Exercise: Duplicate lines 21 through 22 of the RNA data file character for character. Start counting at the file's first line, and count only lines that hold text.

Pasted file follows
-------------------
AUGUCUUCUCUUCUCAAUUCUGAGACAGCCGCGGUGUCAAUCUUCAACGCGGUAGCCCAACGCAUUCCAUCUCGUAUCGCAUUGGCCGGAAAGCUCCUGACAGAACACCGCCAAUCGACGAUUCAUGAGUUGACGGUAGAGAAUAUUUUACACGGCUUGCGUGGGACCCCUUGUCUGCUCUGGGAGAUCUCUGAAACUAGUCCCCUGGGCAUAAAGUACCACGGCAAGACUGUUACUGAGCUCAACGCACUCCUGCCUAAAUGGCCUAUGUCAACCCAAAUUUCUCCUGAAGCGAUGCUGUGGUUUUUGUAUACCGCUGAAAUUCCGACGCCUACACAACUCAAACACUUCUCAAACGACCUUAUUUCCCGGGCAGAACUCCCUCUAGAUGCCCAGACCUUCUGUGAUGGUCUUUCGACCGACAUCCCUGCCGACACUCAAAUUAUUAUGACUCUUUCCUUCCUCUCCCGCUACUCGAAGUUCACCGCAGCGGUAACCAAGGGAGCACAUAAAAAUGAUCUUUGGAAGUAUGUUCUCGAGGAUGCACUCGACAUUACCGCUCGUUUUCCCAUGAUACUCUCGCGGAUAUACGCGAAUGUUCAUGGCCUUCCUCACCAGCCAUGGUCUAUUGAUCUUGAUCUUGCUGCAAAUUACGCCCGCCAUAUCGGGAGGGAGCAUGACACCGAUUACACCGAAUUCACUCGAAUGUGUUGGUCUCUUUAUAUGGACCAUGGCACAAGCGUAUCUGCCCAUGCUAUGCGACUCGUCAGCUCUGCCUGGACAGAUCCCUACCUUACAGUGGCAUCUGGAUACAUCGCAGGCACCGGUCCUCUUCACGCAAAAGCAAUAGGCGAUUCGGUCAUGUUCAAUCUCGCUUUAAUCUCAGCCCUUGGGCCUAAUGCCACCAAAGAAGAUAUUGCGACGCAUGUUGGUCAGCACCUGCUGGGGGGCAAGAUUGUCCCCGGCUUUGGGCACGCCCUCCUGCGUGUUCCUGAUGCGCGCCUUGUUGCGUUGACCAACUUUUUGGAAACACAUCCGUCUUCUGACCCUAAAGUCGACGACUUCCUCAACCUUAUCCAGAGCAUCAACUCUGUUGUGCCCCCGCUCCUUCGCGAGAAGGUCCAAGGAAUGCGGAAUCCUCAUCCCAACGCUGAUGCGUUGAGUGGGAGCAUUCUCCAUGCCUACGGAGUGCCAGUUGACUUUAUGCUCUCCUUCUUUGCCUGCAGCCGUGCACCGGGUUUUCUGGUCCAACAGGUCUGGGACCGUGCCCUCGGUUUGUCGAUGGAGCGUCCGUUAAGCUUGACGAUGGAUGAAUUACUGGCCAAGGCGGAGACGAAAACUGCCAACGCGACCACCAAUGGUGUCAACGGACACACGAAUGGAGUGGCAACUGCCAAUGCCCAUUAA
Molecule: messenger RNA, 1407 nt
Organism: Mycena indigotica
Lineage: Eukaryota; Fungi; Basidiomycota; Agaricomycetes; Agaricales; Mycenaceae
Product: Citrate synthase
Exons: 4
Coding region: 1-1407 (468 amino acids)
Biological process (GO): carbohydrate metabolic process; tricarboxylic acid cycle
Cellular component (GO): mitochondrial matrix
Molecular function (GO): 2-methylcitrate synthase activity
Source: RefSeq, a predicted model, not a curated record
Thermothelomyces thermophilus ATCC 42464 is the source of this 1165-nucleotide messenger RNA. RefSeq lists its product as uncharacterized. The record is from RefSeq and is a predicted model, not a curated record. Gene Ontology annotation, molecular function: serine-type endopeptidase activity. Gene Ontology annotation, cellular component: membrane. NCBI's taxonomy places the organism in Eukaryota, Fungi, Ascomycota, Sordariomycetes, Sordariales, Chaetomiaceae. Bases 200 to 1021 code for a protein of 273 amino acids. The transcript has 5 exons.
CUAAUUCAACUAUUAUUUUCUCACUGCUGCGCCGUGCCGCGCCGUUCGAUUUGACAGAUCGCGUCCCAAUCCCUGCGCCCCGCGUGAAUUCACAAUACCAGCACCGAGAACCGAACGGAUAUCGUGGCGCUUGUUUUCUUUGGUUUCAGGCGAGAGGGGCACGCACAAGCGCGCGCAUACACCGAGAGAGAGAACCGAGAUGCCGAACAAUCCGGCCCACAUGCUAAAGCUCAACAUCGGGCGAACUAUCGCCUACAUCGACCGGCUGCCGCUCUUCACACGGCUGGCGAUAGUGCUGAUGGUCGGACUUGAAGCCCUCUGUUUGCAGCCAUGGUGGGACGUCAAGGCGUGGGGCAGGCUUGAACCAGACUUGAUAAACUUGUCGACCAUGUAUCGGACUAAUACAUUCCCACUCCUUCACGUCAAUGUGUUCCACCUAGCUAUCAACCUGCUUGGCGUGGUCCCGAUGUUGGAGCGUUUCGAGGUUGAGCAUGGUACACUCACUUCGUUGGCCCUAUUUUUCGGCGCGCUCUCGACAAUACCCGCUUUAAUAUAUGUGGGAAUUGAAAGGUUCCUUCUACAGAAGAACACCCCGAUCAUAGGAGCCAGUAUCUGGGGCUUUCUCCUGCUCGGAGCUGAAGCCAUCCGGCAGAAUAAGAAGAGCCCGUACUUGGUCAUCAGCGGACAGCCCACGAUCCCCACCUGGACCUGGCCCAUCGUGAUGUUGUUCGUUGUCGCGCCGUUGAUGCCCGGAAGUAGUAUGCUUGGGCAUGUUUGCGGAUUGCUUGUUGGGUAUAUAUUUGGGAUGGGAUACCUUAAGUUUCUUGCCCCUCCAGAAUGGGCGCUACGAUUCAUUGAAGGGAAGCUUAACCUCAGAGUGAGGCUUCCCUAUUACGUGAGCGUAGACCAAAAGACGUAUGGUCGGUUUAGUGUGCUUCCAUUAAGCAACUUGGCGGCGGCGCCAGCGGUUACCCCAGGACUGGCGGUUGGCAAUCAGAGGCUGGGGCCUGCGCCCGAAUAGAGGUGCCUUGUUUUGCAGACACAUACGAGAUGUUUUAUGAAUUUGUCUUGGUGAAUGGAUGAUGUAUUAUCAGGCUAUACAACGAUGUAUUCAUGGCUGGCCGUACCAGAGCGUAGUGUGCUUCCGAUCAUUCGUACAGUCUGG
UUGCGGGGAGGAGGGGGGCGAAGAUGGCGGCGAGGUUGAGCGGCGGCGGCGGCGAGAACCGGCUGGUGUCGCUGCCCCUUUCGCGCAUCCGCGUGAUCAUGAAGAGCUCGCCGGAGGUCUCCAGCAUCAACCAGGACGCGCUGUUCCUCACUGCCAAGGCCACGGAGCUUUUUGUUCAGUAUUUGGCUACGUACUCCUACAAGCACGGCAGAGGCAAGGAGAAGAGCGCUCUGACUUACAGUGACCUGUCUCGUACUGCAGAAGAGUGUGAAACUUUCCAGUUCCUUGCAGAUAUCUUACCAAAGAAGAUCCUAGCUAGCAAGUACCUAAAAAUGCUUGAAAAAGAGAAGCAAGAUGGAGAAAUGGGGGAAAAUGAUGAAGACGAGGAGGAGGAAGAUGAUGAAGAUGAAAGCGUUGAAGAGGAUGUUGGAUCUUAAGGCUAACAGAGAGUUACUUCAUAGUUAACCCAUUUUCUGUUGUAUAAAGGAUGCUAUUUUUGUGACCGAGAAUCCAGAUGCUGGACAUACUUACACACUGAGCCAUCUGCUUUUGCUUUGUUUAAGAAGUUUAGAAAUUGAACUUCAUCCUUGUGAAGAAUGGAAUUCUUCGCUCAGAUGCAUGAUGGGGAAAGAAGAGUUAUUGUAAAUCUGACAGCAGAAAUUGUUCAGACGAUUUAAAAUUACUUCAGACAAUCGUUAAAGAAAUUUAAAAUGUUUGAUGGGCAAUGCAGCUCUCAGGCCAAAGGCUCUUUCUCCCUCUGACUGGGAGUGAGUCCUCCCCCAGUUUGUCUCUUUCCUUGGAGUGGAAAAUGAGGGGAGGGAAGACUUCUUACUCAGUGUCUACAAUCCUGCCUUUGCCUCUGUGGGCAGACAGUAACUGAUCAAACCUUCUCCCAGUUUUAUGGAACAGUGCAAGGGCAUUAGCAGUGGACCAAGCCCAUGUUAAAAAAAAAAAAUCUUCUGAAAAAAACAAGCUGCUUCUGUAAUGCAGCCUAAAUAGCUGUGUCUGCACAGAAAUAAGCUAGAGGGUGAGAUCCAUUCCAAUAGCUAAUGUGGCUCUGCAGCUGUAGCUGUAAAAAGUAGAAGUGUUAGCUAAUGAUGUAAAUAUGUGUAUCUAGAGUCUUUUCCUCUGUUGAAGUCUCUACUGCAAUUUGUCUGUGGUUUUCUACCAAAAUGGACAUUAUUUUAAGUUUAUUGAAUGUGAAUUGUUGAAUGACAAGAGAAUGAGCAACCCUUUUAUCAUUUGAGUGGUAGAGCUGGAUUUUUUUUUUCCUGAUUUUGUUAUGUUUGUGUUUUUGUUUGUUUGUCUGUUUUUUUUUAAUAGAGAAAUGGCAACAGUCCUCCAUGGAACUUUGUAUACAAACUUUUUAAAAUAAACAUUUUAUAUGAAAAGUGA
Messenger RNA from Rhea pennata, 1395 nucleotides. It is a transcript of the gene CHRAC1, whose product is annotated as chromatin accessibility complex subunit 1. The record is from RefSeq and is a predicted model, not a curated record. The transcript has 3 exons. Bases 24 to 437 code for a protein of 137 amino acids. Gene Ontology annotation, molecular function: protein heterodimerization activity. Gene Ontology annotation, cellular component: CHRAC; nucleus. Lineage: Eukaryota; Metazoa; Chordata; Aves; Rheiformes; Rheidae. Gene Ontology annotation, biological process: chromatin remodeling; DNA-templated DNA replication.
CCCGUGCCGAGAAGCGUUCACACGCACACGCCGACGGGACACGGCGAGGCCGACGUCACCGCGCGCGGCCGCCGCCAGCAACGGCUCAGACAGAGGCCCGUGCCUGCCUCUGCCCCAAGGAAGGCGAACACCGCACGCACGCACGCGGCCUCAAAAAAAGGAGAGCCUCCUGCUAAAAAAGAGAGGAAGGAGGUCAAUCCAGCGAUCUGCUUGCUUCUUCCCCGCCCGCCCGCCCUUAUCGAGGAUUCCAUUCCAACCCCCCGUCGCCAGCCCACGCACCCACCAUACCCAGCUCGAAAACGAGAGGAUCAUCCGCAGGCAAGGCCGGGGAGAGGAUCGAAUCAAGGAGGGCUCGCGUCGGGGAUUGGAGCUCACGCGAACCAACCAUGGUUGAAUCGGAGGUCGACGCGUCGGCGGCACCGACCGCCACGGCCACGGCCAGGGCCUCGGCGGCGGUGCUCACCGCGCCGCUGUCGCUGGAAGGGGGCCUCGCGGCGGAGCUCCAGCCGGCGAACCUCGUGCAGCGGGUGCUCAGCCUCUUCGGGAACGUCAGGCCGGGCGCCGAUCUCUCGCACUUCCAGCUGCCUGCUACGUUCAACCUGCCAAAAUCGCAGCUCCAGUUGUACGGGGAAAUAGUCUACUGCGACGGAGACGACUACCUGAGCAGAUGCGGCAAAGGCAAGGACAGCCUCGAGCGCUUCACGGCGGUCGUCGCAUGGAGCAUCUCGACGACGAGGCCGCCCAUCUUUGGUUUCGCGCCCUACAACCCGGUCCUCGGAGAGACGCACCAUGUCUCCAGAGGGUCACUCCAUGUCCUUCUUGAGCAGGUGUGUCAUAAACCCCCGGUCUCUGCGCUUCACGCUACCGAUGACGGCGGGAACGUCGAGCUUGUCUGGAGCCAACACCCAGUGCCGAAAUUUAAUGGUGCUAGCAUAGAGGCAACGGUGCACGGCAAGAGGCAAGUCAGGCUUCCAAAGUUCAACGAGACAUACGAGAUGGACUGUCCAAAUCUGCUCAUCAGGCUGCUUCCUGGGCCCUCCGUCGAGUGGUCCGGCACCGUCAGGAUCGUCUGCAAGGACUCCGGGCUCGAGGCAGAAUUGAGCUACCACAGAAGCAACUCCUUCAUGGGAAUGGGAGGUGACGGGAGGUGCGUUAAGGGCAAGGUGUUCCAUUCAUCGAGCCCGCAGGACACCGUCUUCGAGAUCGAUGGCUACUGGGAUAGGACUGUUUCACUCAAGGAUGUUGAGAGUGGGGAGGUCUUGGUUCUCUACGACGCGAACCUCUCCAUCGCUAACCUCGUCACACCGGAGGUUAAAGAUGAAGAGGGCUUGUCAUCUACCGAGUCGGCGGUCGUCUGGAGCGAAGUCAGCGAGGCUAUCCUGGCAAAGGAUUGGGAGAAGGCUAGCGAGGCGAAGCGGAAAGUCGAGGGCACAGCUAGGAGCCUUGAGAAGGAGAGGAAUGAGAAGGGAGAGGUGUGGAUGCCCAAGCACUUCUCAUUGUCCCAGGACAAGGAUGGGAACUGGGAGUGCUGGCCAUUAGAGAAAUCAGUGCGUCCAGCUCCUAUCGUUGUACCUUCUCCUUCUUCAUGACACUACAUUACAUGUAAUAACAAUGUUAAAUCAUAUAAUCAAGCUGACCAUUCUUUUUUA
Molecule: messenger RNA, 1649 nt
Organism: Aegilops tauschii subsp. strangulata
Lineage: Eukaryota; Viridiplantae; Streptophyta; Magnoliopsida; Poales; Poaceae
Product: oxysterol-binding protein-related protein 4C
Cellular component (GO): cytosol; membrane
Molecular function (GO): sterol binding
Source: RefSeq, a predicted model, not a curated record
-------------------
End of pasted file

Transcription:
Cellular component (GO): cytosol; membrane
Molecular function (GO): sterol binding